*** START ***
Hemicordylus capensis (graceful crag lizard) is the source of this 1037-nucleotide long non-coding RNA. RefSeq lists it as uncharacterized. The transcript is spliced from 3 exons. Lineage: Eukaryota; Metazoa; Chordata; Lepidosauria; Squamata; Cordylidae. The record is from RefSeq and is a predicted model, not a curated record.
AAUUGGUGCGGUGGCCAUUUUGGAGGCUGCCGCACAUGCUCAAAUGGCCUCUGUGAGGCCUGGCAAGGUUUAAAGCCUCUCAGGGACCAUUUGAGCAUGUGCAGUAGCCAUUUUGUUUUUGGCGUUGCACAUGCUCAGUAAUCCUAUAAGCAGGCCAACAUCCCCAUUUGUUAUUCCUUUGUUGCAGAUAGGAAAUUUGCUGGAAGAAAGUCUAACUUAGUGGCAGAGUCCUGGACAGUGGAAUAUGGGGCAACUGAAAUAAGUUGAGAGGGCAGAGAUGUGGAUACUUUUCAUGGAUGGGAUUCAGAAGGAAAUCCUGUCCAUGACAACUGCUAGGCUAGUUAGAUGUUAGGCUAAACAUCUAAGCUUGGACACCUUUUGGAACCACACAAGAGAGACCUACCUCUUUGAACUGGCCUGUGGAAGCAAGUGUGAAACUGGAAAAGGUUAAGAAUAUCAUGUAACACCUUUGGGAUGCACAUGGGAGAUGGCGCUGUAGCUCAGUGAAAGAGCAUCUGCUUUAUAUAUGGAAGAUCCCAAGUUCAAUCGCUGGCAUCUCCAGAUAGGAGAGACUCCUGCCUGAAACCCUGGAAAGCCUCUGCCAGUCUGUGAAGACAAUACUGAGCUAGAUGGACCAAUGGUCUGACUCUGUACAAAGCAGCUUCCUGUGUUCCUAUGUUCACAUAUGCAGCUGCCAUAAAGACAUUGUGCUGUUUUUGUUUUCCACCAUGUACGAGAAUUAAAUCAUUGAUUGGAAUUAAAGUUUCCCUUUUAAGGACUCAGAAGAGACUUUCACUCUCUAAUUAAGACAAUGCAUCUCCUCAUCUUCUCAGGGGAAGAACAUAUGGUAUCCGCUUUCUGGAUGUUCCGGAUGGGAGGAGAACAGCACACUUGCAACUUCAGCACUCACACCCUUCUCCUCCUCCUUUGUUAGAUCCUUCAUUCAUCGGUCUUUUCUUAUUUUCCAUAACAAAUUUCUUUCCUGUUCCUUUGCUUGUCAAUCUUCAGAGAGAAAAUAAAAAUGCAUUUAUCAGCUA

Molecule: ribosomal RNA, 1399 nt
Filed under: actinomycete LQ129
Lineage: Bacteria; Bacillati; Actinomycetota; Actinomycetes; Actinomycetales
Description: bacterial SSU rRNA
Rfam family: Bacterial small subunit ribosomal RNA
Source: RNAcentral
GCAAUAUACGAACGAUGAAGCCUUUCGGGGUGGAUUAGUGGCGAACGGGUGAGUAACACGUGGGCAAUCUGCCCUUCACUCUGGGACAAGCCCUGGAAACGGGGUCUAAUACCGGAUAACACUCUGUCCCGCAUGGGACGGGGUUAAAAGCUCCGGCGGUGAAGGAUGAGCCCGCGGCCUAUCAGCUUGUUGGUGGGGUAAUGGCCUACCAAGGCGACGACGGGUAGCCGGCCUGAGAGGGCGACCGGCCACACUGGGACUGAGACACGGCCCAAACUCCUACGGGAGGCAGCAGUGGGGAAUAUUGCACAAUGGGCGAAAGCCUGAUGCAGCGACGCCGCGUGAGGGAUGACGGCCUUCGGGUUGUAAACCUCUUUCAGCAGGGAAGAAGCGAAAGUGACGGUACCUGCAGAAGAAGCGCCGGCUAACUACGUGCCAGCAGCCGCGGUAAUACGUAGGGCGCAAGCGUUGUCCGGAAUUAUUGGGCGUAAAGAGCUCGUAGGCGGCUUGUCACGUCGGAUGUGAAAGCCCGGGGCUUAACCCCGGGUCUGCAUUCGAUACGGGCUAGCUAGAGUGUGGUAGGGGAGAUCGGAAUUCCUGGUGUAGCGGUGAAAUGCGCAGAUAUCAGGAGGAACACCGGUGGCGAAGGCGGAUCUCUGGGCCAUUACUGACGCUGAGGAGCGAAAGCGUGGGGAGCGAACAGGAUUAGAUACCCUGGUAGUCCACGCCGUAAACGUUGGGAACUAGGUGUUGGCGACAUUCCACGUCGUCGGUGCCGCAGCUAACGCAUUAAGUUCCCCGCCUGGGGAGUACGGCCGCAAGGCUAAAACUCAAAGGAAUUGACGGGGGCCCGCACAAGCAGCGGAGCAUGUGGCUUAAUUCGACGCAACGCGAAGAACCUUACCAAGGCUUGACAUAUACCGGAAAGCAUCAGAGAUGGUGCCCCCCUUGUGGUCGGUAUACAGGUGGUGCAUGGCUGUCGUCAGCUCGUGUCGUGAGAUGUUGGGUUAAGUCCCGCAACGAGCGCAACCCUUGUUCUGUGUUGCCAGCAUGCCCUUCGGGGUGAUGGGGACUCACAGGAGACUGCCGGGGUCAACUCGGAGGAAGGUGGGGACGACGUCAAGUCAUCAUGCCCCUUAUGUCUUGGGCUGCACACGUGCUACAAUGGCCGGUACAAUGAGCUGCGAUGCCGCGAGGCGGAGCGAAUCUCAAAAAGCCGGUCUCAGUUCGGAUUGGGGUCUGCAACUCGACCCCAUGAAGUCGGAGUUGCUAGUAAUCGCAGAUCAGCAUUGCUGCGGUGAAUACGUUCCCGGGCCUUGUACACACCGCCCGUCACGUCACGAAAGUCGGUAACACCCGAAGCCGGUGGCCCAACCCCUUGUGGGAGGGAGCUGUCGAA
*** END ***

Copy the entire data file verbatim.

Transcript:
Hemicordylus capensis (graceful crag lizard) is the source of this 1037-nucleotide long non-coding RNA. RefSeq lists it as uncharacterized. The transcript is spliced from 3 exons. Lineage: Eukaryota; Metazoa; Chordata; Lepidosauria; Squamata; Cordylidae. The record is from RefSeq and is a predicted model, not a curated record.
AAUUGGUGCGGUGGCCAUUUUGGAGGCUGCCGCACAUGCUCAAAUGGCCUCUGUGAGGCCUGGCAAGGUUUAAAGCCUCUCAGGGACCAUUUGAGCAUGUGCAGUAGCCAUUUUGUUUUUGGCGUUGCACAUGCUCAGUAAUCCUAUAAGCAGGCCAACAUCCCCAUUUGUUAUUCCUUUGUUGCAGAUAGGAAAUUUGCUGGAAGAAAGUCUAACUUAGUGGCAGAGUCCUGGACAGUGGAAUAUGGGGCAACUGAAAUAAGUUGAGAGGGCAGAGAUGUGGAUACUUUUCAUGGAUGGGAUUCAGAAGGAAAUCCUGUCCAUGACAACUGCUAGGCUAGUUAGAUGUUAGGCUAAACAUCUAAGCUUGGACACCUUUUGGAACCACACAAGAGAGACCUACCUCUUUGAACUGGCCUGUGGAAGCAAGUGUGAAACUGGAAAAGGUUAAGAAUAUCAUGUAACACCUUUGGGAUGCACAUGGGAGAUGGCGCUGUAGCUCAGUGAAAGAGCAUCUGCUUUAUAUAUGGAAGAUCCCAAGUUCAAUCGCUGGCAUCUCCAGAUAGGAGAGACUCCUGCCUGAAACCCUGGAAAGCCUCUGCCAGUCUGUGAAGACAAUACUGAGCUAGAUGGACCAAUGGUCUGACUCUGUACAAAGCAGCUUCCUGUGUUCCUAUGUUCACAUAUGCAGCUGCCAUAAAGACAUUGUGCUGUUUUUGUUUUCCACCAUGUACGAGAAUUAAAUCAUUGAUUGGAAUUAAAGUUUCCCUUUUAAGGACUCAGAAGAGACUUUCACUCUCUAAUUAAGACAAUGCAUCUCCUCAUCUUCUCAGGGGAAGAACAUAUGGUAUCCGCUUUCUGGAUGUUCCGGAUGGGAGGAGAACAGCACACUUGCAACUUCAGCACUCACACCCUUCUCCUCCUCCUUUGUUAGAUCCUUCAUUCAUCGGUCUUUUCUUAUUUUCCAUAACAAAUUUCUUUCCUGUUCCUUUGCUUGUCAAUCUUCAGAGAGAAAAUAAAAAUGCAUUUAUCAGCUA

Molecule: ribosomal RNA, 1399 nt
Filed under: actinomycete LQ129
Lineage: Bacteria; Bacillati; Actinomycetota; Actinomycetes; Actinomycetales
Description: bacterial SSU rRNA
Rfam family: Bacterial small subunit ribosomal RNA
Source: RNAcentral
GCAAUAUACGAACGAUGAAGCCUUUCGGGGUGGAUUAGUGGCGAACGGGUGAGUAACACGUGGGCAAUCUGCCCUUCACUCUGGGACAAGCCCUGGAAACGGGGUCUAAUACCGGAUAACACUCUGUCCCGCAUGGGACGGGGUUAAAAGCUCCGGCGGUGAAGGAUGAGCCCGCGGCCUAUCAGCUUGUUGGUGGGGUAAUGGCCUACCAAGGCGACGACGGGUAGCCGGCCUGAGAGGGCGACCGGCCACACUGGGACUGAGACACGGCCCAAACUCCUACGGGAGGCAGCAGUGGGGAAUAUUGCACAAUGGGCGAAAGCCUGAUGCAGCGACGCCGCGUGAGGGAUGACGGCCUUCGGGUUGUAAACCUCUUUCAGCAGGGAAGAAGCGAAAGUGACGGUACCUGCAGAAGAAGCGCCGGCUAACUACGUGCCAGCAGCCGCGGUAAUACGUAGGGCGCAAGCGUUGUCCGGAAUUAUUGGGCGUAAAGAGCUCGUAGGCGGCUUGUCACGUCGGAUGUGAAAGCCCGGGGCUUAACCCCGGGUCUGCAUUCGAUACGGGCUAGCUAGAGUGUGGUAGGGGAGAUCGGAAUUCCUGGUGUAGCGGUGAAAUGCGCAGAUAUCAGGAGGAACACCGGUGGCGAAGGCGGAUCUCUGGGCCAUUACUGACGCUGAGGAGCGAAAGCGUGGGGAGCGAACAGGAUUAGAUACCCUGGUAGUCCACGCCGUAAACGUUGGGAACUAGGUGUUGGCGACAUUCCACGUCGUCGGUGCCGCAGCUAACGCAUUAAGUUCCCCGCCUGGGGAGUACGGCCGCAAGGCUAAAACUCAAAGGAAUUGACGGGGGCCCGCACAAGCAGCGGAGCAUGUGGCUUAAUUCGACGCAACGCGAAGAACCUUACCAAGGCUUGACAUAUACCGGAAAGCAUCAGAGAUGGUGCCCCCCUUGUGGUCGGUAUACAGGUGGUGCAUGGCUGUCGUCAGCUCGUGUCGUGAGAUGUUGGGUUAAGUCCCGCAACGAGCGCAACCCUUGUUCUGUGUUGCCAGCAUGCCCUUCGGGGUGAUGGGGACUCACAGGAGACUGCCGGGGUCAACUCGGAGGAAGGUGGGGACGACGUCAAGUCAUCAUGCCCCUUAUGUCUUGGGCUGCACACGUGCUACAAUGGCCGGUACAAUGAGCUGCGAUGCCGCGAGGCGGAGCGAAUCUCAAAAAGCCGGUCUCAGUUCGGAUUGGGGUCUGCAACUCGACCCCAUGAAGUCGGAGUUGCUAGUAAUCGCAGAUCAGCAUUGCUGCGGUGAAUACGUUCCCGGGCCUUGUACACACCGCCCGUCACGUCACGAAAGUCGGUAACACCCGAAGCCGGUGGCCCAACCCCUUGUGGGAGGGAGCUGUCGAA